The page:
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2019 Psychonomic Society Collaborative Symposium
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Theories and Models of Human Intelligence: Recent Developments

21st European Society for Cognitive Psychology Conference (ESCoP)
25-28 September 2019 | Tenerife, Spain

Organizer:
Andrew R.A. Conway
Claremont Graduate University, USA
andrew.conway@cgu.edu

Description 
For almost a century, the field of human intelligence has developed independently of mainstream experimental/cognitive psychology, resulting in what Cronbach famously identified as a separation of the two disciplines of scientific psychology: correlational and experimental. Relatedly, research on intelligence had been dominated by taxonomies rather than cognitive models. The beginning of the 21st century has seen a drastic change; the field of intelligence suddenly proliferated in theories and models that integrate results from the study of the cognition and the neural bases of cognitive processes in order to explain core phenomena in the individual differences literature. Such recent advances include the mutualism model (van der Maas et al., 2006), process overlap theory (Kovacs & Conway, 2016), the watershed model (Kievit et al., 2016), and network neuroscience theory (Barbey, 2017). According to these models, the general factor of intelligence is not a psychological attribute; instead, it is an emergent property of dynamic cognitive and neural networks. At the same time, research on one of the oldest topics in intelligence, mental speed, has gained momentum from methodological improvements (Schubert et al., 2015). The proposed symposium will bring together an international group of researchers who are all actively working on theories and models of human intelligence. These models integrate findings from psychometrics, neuroscience, and cognitive psychology. The speakers will present models and theories they have developed as well as the state of the art of research motivated by these models and theories.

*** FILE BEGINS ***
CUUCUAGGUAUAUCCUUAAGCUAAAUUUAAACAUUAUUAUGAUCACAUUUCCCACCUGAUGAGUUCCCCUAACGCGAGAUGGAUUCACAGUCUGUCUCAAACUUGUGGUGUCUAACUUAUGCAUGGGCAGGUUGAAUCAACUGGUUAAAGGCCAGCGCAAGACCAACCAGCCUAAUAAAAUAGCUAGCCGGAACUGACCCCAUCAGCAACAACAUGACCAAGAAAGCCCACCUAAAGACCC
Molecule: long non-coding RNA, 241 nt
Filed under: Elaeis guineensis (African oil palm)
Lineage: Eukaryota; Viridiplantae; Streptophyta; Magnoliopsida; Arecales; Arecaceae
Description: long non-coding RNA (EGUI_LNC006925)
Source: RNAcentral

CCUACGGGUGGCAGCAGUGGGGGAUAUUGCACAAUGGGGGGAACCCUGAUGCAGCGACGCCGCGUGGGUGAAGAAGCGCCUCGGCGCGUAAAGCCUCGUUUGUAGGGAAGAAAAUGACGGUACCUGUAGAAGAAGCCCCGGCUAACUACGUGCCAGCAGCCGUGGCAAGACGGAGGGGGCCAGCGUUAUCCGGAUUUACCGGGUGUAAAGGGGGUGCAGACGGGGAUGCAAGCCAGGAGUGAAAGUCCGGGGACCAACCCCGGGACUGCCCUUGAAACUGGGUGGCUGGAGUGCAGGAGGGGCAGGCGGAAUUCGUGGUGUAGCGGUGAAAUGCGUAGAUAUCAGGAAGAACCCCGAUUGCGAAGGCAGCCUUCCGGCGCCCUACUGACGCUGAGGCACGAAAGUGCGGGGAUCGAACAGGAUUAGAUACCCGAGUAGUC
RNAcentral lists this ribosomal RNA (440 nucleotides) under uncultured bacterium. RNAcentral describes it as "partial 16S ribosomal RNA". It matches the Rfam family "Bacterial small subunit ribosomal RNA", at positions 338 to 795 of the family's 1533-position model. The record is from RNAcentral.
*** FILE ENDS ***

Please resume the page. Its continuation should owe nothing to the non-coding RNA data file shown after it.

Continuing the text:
The Network Approach to General Intelligence

Han L.J. van der Maas
University of Amsterdam, The Netherlands

The study of individual differences in cognitive performance or 'intelligence' is a multidisciplinary endeavor, integrating results from both psychometric and non-psychometric research, including genetics, neuroscience, and education. Intelligence remains a puzzling concept, however. After more than a century of research, there is still no consensus on the definition of intelligence, for example, and there are still major disputes over whether intelligence is one thing (a general ability) or multiple things. In our view, it is important to arrive at a clear conception of what intelligence is. In this presentation we adhere to such a conception and present a formal model of psychometric intelligence. This model is admittedly overly simplistic, yet illuminates mechanisms that can explain some important, and well replicated phenomena in the study of intelligence. The model firstly acknowledges that the brain is a complex system, i.e., an open system consisting of many elements that interact non-linearly. Secondly, intelligence is regarded as an emergent phenomenon of that system, a phenomenon that results from intricate local interactions among those elements. In short, the model provides an alternative explanation of the positive correlations between cognitive tests, based on the idea of networks: a key modeling framework within complex system research. In this presentation, we will a) explain the origin and setup of this so-called mutualism model, b) discuss criticisms that have been raised in response to the model, c) extend the model, d) present new statistical techniques for this model, and e) discuss new developments in the network modeling of general intelligence.